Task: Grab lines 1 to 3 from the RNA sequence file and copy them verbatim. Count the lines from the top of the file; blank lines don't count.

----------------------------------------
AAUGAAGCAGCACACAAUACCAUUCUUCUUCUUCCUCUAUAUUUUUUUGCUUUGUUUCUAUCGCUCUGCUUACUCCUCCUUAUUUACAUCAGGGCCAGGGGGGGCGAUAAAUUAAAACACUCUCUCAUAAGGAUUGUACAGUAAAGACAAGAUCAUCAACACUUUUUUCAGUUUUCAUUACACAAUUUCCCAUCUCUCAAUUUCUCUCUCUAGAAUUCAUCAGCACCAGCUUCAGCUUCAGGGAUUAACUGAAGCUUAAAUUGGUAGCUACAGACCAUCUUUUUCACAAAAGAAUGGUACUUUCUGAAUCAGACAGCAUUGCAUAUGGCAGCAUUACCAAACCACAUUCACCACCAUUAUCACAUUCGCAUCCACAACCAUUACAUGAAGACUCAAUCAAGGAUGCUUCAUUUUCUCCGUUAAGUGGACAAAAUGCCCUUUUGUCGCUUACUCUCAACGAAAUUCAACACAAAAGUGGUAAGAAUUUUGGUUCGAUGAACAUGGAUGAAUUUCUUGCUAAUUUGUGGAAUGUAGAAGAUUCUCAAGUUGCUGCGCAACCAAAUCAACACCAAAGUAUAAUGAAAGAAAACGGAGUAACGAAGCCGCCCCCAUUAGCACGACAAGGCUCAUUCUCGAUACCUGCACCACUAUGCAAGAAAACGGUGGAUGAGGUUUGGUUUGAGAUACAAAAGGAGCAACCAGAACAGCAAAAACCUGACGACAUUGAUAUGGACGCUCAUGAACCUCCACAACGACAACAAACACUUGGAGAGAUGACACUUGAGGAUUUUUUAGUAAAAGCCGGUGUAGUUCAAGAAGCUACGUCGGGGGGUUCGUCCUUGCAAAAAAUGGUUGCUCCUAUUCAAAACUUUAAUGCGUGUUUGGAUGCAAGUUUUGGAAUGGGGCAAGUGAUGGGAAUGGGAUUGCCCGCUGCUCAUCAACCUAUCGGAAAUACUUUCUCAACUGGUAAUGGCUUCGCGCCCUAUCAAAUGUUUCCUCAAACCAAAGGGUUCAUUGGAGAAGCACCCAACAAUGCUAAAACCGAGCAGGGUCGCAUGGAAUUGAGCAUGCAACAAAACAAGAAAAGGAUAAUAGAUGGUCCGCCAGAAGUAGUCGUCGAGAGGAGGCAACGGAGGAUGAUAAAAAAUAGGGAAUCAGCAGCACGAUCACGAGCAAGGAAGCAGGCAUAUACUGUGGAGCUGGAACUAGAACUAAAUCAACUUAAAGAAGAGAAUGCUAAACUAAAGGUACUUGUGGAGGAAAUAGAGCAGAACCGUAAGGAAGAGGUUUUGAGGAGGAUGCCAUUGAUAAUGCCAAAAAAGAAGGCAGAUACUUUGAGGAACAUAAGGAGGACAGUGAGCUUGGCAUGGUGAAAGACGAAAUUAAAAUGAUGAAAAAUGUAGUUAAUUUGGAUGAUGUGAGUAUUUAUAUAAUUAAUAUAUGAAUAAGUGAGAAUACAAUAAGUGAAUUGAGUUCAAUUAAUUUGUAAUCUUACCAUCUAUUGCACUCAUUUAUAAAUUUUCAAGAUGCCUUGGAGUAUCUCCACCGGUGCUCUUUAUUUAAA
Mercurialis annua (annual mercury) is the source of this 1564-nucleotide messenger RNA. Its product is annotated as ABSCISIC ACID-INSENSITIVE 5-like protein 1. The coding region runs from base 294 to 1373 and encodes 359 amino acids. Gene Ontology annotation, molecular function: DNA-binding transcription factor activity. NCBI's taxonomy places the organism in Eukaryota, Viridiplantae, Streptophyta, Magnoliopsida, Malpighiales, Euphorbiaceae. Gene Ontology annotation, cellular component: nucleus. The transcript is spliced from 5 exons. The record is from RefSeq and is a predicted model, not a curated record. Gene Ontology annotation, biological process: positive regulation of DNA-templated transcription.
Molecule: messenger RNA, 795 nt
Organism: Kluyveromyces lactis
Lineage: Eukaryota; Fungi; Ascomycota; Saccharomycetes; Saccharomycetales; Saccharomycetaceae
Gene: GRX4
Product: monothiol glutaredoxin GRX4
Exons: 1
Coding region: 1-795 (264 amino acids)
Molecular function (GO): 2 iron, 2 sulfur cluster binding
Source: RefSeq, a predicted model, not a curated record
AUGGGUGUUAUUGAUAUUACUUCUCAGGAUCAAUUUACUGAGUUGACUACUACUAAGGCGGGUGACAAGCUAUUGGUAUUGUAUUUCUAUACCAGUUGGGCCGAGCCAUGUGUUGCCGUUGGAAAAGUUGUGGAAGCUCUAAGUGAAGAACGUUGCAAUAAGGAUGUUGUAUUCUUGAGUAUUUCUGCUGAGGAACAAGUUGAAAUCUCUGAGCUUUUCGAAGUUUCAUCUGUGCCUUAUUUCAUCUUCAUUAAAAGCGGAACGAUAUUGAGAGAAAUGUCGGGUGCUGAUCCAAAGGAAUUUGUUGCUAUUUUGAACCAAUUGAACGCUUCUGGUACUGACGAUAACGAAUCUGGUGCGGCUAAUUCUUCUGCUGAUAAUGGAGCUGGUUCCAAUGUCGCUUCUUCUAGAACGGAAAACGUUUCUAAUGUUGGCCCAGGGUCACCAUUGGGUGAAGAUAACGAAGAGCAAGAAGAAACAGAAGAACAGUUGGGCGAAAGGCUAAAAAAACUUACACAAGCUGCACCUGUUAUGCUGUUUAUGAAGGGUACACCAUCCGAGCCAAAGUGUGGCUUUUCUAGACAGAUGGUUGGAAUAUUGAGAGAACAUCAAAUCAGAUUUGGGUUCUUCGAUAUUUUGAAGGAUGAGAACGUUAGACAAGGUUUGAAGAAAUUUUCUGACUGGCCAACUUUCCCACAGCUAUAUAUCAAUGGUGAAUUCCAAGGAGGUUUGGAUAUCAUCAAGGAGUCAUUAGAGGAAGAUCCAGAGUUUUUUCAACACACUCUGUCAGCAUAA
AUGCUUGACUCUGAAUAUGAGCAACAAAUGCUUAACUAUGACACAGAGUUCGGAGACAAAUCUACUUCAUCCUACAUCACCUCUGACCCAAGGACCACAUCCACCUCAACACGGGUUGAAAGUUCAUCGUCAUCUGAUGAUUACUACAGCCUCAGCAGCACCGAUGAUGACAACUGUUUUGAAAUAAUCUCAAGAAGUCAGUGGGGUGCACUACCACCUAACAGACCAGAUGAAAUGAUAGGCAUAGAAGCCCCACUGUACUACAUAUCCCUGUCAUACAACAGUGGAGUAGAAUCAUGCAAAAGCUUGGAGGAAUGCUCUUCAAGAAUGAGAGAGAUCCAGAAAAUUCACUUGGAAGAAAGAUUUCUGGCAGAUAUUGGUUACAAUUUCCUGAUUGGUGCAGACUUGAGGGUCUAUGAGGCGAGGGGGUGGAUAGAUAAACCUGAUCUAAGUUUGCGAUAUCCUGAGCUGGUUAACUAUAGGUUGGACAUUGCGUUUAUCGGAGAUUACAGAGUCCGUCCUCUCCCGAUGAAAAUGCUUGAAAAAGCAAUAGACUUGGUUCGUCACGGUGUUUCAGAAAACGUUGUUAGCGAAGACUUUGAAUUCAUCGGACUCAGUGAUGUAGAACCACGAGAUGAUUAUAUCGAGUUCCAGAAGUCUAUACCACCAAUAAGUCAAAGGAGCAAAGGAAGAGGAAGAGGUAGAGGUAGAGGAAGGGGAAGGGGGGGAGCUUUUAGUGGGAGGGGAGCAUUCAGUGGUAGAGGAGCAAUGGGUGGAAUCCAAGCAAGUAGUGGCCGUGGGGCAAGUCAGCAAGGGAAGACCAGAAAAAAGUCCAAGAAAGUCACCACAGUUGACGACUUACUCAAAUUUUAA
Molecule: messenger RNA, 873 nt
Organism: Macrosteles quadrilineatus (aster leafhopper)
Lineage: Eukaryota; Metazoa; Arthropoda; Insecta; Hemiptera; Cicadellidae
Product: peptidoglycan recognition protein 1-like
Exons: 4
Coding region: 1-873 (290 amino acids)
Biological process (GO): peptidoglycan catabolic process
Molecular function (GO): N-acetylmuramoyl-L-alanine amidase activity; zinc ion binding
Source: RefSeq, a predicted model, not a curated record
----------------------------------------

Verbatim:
AAUGAAGCAGCACACAAUACCAUUCUUCUUCUUCCUCUAUAUUUUUUUGCUUUGUUUCUAUCGCUCUGCUUACUCCUCCUUAUUUACAUCAGGGCCAGGGGGGGCGAUAAAUUAAAACACUCUCUCAUAAGGAUUGUACAGUAAAGACAAGAUCAUCAACACUUUUUUCAGUUUUCAUUACACAAUUUCCCAUCUCUCAAUUUCUCUCUCUAGAAUUCAUCAGCACCAGCUUCAGCUUCAGGGAUUAACUGAAGCUUAAAUUGGUAGCUACAGACCAUCUUUUUCACAAAAGAAUGGUACUUUCUGAAUCAGACAGCAUUGCAUAUGGCAGCAUUACCAAACCACAUUCACCACCAUUAUCACAUUCGCAUCCACAACCAUUACAUGAAGACUCAAUCAAGGAUGCUUCAUUUUCUCCGUUAAGUGGACAAAAUGCCCUUUUGUCGCUUACUCUCAACGAAAUUCAACACAAAAGUGGUAAGAAUUUUGGUUCGAUGAACAUGGAUGAAUUUCUUGCUAAUUUGUGGAAUGUAGAAGAUUCUCAAGUUGCUGCGCAACCAAAUCAACACCAAAGUAUAAUGAAAGAAAACGGAGUAACGAAGCCGCCCCCAUUAGCACGACAAGGCUCAUUCUCGAUACCUGCACCACUAUGCAAGAAAACGGUGGAUGAGGUUUGGUUUGAGAUACAAAAGGAGCAACCAGAACAGCAAAAACCUGACGACAUUGAUAUGGACGCUCAUGAACCUCCACAACGACAACAAACACUUGGAGAGAUGACACUUGAGGAUUUUUUAGUAAAAGCCGGUGUAGUUCAAGAAGCUACGUCGGGGGGUUCGUCCUUGCAAAAAAUGGUUGCUCCUAUUCAAAACUUUAAUGCGUGUUUGGAUGCAAGUUUUGGAAUGGGGCAAGUGAUGGGAAUGGGAUUGCCCGCUGCUCAUCAACCUAUCGGAAAUACUUUCUCAACUGGUAAUGGCUUCGCGCCCUAUCAAAUGUUUCCUCAAACCAAAGGGUUCAUUGGAGAAGCACCCAACAAUGCUAAAACCGAGCAGGGUCGCAUGGAAUUGAGCAUGCAACAAAACAAGAAAAGGAUAAUAGAUGGUCCGCCAGAAGUAGUCGUCGAGAGGAGGCAACGGAGGAUGAUAAAAAAUAGGGAAUCAGCAGCACGAUCACGAGCAAGGAAGCAGGCAUAUACUGUGGAGCUGGAACUAGAACUAAAUCAACUUAAAGAAGAGAAUGCUAAACUAAAGGUACUUGUGGAGGAAAUAGAGCAGAACCGUAAGGAAGAGGUUUUGAGGAGGAUGCCAUUGAUAAUGCCAAAAAAGAAGGCAGAUACUUUGAGGAACAUAAGGAGGACAGUGAGCUUGGCAUGGUGAAAGACGAAAUUAAAAUGAUGAAAAAUGUAGUUAAUUUGGAUGAUGUGAGUAUUUAUAUAAUUAAUAUAUGAAUAAGUGAGAAUACAAUAAGUGAAUUGAGUUCAAUUAAUUUGUAAUCUUACCAUCUAUUGCACUCAUUUAUAAAUUUUCAAGAUGCCUUGGAGUAUCUCCACCGGUGCUCUUUAUUUAAA
Mercurialis annua (annual mercury) is the source of this 1564-nucleotide messenger RNA. Its product is annotated as ABSCISIC ACID-INSENSITIVE 5-like protein 1. The coding region runs from base 294 to 1373 and encodes 359 amino acids. Gene Ontology annotation, molecular function: DNA-binding transcription factor activity. NCBI's taxonomy places the organism in Eukaryota, Viridiplantae, Streptophyta, Magnoliopsida, Malpighiales, Euphorbiaceae. Gene Ontology annotation, cellular component: nucleus. The transcript is spliced from 5 exons. The record is from RefSeq and is a predicted model, not a curated record. Gene Ontology annotation, biological process: positive regulation of DNA-templated transcription.
Molecule: messenger RNA, 795 nt